Leadership and Ethics in a Managerialist Context

  • Alexander Kouzmin
  • Nada Kakabadse
  • Andrew Kakabadse


Traditionally, leaders were referred to as lscaptains of the shiprs (Korac-Kakabadse/ Kouzmin 1997) to denote their stewardship role in operating the organization entrusted to their care. Their primary tasks were to balance competing requirements and align organizational goals with a diversity of human behaviour. The primary source of wisdom and direction, a rather strong direction, was from leaders whose power stemmed primarily from their position in the organization while subordinates simply complied (Manz/ Sims 1990). Contemporary leaders still retain much of the role of organizational stewardship. However, the focus has shifted increasingly to the role of the ‘organizational architect. The principal contributing skill of architects is an ability to design and develop organizations; skills that require considerable creative insights and technical knowledge about how to analyze, design and stimulate complex, increasingly globalizing, social and communication networks supported by rapidly advancing IT.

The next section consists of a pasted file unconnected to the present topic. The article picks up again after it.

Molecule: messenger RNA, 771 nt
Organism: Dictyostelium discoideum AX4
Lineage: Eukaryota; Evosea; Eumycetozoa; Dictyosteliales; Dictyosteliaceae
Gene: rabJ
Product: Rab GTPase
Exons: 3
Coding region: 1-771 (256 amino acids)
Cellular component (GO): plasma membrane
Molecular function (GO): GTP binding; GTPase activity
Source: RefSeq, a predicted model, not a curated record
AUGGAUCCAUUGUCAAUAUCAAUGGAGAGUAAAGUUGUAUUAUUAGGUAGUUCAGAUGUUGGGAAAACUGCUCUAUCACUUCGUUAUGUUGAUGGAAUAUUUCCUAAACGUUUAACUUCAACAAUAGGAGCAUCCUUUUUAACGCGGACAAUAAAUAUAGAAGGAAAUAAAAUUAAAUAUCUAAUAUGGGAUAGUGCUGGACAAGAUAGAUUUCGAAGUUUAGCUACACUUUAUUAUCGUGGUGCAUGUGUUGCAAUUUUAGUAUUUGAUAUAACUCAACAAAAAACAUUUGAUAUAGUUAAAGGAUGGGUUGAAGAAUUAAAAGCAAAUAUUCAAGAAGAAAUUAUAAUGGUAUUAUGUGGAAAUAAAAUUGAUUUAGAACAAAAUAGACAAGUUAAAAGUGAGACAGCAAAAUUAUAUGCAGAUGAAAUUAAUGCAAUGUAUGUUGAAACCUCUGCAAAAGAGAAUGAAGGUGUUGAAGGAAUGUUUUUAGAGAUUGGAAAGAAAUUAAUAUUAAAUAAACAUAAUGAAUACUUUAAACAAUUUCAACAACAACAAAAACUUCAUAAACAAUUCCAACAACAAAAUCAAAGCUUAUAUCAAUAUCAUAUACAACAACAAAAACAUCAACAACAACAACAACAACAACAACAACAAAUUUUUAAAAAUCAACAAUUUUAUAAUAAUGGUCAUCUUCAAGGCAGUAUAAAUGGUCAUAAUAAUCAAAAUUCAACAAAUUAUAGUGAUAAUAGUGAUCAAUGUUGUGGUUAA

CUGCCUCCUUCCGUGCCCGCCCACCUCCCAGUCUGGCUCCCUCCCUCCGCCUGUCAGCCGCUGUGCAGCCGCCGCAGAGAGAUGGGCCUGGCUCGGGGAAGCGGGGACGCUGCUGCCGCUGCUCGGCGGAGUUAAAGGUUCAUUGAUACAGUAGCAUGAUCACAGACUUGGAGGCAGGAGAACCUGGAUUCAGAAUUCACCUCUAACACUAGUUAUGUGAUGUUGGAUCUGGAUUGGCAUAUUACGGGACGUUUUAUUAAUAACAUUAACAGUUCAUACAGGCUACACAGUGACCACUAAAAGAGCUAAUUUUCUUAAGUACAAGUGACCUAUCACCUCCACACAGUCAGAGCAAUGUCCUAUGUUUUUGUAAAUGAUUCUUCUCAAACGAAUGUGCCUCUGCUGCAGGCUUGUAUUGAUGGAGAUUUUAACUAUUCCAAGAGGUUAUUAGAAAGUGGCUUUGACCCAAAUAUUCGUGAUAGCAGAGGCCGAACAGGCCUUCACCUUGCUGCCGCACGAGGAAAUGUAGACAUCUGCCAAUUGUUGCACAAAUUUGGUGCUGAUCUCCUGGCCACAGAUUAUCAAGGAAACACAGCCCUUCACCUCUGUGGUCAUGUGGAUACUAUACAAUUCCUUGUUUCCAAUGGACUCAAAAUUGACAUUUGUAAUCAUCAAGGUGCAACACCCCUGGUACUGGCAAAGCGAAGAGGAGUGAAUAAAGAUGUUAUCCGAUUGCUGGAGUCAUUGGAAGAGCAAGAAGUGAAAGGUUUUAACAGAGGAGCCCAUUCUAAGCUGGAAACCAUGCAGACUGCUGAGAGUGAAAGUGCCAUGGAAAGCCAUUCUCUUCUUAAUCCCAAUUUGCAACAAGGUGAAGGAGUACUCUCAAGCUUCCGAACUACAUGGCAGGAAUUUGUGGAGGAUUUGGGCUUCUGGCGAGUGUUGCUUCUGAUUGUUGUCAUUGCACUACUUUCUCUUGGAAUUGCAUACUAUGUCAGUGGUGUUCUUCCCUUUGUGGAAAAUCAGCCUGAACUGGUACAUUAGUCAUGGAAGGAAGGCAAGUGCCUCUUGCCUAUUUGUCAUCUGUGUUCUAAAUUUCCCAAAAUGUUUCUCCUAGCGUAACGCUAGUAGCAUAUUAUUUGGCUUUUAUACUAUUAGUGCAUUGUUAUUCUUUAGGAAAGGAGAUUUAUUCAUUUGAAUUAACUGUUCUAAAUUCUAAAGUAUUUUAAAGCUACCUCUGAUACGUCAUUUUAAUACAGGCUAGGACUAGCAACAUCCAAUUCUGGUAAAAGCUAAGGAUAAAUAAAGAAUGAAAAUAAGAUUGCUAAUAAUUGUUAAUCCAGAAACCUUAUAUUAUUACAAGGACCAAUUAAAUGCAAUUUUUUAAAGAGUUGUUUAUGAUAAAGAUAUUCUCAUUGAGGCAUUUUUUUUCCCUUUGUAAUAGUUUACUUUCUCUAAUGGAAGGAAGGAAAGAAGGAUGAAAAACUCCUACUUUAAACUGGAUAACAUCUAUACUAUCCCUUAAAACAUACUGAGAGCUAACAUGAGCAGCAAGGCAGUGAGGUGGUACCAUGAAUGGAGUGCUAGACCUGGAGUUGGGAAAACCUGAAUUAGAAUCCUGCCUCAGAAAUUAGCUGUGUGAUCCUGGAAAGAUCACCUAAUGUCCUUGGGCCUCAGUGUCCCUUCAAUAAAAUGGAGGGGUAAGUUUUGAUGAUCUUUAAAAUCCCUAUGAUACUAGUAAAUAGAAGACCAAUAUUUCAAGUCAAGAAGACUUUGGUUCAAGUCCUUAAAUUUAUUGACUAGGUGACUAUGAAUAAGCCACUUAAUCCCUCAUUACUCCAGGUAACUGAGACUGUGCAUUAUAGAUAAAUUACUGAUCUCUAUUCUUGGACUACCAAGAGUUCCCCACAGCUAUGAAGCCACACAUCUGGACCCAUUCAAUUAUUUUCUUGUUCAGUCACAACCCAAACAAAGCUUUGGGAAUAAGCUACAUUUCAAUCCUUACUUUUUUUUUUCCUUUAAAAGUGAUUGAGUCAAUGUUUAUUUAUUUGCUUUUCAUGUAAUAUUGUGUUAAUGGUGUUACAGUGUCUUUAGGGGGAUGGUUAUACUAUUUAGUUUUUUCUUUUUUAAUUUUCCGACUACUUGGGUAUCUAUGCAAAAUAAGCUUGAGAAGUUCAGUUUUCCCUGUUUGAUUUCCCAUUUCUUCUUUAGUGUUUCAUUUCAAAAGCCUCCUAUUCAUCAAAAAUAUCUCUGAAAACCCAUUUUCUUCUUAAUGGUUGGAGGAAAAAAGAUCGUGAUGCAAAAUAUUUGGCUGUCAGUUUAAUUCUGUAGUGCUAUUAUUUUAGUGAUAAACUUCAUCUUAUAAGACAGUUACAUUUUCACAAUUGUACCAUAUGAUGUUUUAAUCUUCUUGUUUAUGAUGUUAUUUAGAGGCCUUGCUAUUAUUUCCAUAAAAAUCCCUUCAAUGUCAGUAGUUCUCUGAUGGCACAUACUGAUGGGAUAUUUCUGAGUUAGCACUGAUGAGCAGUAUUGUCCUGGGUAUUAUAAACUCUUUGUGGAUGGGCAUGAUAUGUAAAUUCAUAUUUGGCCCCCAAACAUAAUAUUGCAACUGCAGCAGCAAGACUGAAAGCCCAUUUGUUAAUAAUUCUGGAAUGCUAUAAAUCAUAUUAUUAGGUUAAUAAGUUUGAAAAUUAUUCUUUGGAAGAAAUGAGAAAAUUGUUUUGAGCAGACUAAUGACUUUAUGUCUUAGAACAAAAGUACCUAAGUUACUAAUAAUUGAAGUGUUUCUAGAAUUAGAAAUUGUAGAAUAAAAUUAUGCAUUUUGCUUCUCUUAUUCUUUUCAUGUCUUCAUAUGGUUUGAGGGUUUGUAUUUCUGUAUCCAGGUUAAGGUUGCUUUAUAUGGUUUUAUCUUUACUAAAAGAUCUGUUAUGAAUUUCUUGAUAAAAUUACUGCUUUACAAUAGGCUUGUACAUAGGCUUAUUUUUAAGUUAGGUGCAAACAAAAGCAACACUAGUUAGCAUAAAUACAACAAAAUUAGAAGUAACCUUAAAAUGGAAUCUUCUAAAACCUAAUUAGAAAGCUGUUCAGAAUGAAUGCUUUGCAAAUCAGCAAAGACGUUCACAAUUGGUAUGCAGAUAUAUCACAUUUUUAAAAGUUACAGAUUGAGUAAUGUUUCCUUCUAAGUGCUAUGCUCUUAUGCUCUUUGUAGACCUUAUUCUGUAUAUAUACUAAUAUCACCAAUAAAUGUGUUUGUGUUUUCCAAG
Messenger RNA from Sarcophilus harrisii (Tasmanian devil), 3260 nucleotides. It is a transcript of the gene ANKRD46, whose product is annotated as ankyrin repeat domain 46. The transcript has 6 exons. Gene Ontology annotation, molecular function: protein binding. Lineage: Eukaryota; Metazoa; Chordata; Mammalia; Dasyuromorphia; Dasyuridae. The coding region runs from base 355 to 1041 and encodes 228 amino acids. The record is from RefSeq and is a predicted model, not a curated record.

Public Sector Business Ethic Public Servant Ethical Behaviour Senior Manager 
These keywords were added by machine and not by the authors. This process is experimental and the keywords may be updated as the learning algorithm improves.


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Copyright information

© Deutscher Universitäts-Verlag | GWV Fachverlage GmbH, Wiesbaden 2007

Authors and Affiliations

  • Alexander Kouzmin
    • 1
  • Nada Kakabadse
    • 2
  • Andrew Kakabadse
    • 3
  1. 1.School of ManagementUniversity of South AustraliaAdelaideAustralia
  2. 2.Northampton Business SchoolThe University of NorthamptonNorthamptonUK
  3. 3.Cranfield School of ManagementCranfield UniversityCranfieldUK

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